I pushed myself to get off the couch, out of the door and into the lives of people in my community. I found like-minded friends who empathized with my anxiety journey. They were there on the good days and the bad. Their constant presence in my life transformed my thinking. Just me showing up was enough for them. I was enough, just the way I was . . . anxiety and all.
This new perspective was a gift I could bring to the relationships around me. I invested in my community, my family, my friends, new friends. I invited people into my life again, and that was the best decision I could have made.
I try to make my space a welcoming space, whether I’m in a coffee shop, my home, or wandering through the grocery store. I try to look pleasant, instead of pissed off. I try to create more room, even if the table is over-crowded. I try to use the overabundance of empathy that comes along with my anxiety to make people feel welcome.
If you are sad, I will cry with you. If you are overwhelmed, I’ll ache with you. If you are happy, I’ll celebrate with you. I want the space you share with me to be sacred, welcoming, safe.
And the tools in my self-care tool box grew: prescription medications, coping skills of breathing, honesty, open communication and grounding, supportive family and understanding friends. I invested my time in others, my tender-hearted boyfriend and an online community of people who “got it.” But most importantly, I invested in myself. I did soul-filling things: like taking that nap, watching too much NCIS on Netflix, developing my photography skills, cuddling friends’ babies and saying “no” to something that caused anxiety or wasn’t soul-filling.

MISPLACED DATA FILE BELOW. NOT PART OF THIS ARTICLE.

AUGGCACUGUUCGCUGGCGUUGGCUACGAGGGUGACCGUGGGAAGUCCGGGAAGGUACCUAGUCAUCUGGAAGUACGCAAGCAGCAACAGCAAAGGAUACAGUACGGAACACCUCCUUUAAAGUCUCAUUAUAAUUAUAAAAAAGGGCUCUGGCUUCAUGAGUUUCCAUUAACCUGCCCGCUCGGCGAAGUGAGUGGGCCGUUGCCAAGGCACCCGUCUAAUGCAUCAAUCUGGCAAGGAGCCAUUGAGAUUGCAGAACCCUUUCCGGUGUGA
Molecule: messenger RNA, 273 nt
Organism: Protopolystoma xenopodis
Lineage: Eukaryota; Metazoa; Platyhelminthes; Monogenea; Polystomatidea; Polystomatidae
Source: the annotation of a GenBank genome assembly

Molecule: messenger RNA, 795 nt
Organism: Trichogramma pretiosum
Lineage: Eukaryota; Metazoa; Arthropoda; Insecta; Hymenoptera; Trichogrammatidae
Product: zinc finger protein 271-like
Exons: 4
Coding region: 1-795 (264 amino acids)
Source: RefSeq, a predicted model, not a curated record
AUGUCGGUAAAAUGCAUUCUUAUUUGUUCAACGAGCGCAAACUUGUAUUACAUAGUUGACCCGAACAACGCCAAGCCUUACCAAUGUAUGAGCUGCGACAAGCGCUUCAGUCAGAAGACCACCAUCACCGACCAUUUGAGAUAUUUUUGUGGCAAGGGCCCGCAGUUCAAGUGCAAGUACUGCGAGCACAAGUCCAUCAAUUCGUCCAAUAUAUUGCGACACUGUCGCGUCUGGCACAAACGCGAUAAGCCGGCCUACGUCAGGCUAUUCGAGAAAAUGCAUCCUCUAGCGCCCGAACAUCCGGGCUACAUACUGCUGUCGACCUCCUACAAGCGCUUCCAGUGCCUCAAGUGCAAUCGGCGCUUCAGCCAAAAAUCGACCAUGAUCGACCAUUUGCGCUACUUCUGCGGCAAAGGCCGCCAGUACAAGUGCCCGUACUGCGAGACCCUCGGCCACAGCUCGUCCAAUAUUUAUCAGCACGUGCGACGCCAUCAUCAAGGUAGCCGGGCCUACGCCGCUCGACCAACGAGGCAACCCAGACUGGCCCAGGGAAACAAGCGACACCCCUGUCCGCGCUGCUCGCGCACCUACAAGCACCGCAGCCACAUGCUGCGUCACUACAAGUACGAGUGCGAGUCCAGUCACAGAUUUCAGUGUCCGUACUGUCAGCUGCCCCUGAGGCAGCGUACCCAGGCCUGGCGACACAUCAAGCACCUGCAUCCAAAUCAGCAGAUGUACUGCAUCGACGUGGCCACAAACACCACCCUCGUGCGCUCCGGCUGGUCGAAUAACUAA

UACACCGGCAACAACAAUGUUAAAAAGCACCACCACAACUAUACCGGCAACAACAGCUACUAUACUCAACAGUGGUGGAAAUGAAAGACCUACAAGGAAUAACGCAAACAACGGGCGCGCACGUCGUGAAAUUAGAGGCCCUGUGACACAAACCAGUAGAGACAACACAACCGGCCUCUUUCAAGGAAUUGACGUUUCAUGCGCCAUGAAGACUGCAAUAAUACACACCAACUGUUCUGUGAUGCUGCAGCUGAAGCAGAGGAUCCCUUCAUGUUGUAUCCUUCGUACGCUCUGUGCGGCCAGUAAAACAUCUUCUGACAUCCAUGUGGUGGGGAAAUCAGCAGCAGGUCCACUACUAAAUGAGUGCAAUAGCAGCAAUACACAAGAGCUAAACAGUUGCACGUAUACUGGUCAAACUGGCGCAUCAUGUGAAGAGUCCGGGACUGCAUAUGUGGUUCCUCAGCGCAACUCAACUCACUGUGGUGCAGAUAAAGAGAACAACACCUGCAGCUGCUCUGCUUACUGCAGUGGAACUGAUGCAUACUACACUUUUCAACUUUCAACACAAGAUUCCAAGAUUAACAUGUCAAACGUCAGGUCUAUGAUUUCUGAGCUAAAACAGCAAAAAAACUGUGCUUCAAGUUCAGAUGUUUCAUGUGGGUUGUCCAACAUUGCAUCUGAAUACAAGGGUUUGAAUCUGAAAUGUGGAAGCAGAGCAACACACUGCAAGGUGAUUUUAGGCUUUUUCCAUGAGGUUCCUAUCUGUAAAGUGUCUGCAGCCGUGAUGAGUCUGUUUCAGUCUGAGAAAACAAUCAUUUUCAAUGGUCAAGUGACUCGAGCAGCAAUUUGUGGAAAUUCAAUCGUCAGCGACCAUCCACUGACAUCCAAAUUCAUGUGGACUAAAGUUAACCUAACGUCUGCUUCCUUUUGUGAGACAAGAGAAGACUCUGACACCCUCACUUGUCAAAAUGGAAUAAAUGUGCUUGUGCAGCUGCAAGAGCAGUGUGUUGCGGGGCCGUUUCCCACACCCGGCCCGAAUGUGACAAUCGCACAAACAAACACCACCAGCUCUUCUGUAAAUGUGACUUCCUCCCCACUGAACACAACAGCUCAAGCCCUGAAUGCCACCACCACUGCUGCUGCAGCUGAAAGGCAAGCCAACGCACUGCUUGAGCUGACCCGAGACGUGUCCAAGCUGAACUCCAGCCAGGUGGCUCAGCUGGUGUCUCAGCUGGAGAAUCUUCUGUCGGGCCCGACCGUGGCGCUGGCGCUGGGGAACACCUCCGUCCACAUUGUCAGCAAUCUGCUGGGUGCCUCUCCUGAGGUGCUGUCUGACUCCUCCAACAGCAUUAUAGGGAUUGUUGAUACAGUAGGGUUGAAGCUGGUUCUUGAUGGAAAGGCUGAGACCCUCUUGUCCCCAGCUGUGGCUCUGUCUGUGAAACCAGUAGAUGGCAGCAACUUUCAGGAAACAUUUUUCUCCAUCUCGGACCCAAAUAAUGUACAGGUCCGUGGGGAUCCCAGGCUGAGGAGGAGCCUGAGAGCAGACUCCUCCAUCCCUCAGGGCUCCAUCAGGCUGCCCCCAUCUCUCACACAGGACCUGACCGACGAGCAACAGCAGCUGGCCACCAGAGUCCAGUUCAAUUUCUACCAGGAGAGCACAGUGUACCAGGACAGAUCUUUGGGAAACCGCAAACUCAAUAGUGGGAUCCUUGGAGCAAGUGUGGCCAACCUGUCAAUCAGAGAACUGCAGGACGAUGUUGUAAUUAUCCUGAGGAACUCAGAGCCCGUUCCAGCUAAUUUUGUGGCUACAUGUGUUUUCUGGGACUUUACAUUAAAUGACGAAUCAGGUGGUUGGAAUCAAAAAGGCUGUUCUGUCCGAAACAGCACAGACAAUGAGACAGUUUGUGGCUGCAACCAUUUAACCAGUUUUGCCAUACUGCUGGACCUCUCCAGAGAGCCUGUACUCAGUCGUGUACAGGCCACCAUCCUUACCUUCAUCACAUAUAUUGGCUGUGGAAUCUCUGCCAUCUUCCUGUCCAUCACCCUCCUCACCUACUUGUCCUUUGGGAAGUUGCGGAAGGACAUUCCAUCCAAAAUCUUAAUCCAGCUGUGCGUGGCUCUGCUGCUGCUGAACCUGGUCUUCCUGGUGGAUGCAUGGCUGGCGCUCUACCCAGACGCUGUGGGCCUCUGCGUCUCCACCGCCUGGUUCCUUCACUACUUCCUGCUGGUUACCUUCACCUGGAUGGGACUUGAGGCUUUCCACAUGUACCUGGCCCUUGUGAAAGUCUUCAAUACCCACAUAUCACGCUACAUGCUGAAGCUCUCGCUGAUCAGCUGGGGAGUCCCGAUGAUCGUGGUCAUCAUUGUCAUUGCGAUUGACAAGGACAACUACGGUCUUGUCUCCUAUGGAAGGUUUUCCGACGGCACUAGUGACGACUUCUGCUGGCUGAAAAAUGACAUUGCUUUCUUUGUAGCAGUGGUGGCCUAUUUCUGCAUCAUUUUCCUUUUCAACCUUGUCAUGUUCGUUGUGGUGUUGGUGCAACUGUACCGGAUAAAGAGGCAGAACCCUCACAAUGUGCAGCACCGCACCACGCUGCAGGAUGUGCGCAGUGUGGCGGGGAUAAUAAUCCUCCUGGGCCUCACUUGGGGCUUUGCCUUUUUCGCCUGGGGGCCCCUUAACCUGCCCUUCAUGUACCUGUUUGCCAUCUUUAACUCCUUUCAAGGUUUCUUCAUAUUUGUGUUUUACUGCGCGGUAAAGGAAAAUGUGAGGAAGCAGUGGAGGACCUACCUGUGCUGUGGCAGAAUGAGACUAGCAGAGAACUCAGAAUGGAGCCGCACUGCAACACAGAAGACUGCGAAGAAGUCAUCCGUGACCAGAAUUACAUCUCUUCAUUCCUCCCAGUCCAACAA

Talking about my anxiety, making my journey public, has been therapeutic. It’s not just about me—it’s about other people on this journey who may not have the same access to appropriate tools to care for themselves. That’s why my Instagram post that’s less than picture-perfect goes up, or why I’m fine walking out of the house in sweats and no bra to run to the store. It’s an honest view into what my life with anxiety really, truly looks like.
There are so many good days now. There is so much time and distance between me and my last panic attack. My tool box is working. And I decided to do one more brave thing: go off my anxiety medications. As of October 31, 2016, I have been anxiety medication-free. And I’m leaning heavily on my support system. I experience discontinuation symptoms daily, including “brain zaps” and “internal tremors,” fatigue and tensions headaches. But I have a team of people on my side, cheering for me, encouraging me, telling me they’re proud of me.
I still have a long way to go on my own healing journey. But, I have a retro-styled kitchen table and a bright red couch with your name on it. There are plenty of mismatched mugs in all shapes and sizes and colors stashed away in my kitchen cabinets. And there is always coffee or tea or something to eat. It’s not the holiday tables of my mother, grandmother and great grandmother, but it’s what I have to offer.
There will always be space for you because I have learned that “enough” looks like showing up and being present, even if it’s in pajamas and you haven’t showered recently.
You are welcome here.
Ashley Wright is a bilingual legal assistant by day and a photographer whenever she can squeeze in another shoot. She is relearning how to chase her big dreams and continues to practice loving people in everyday life.
You can check out her photography on Facebook and Instagram.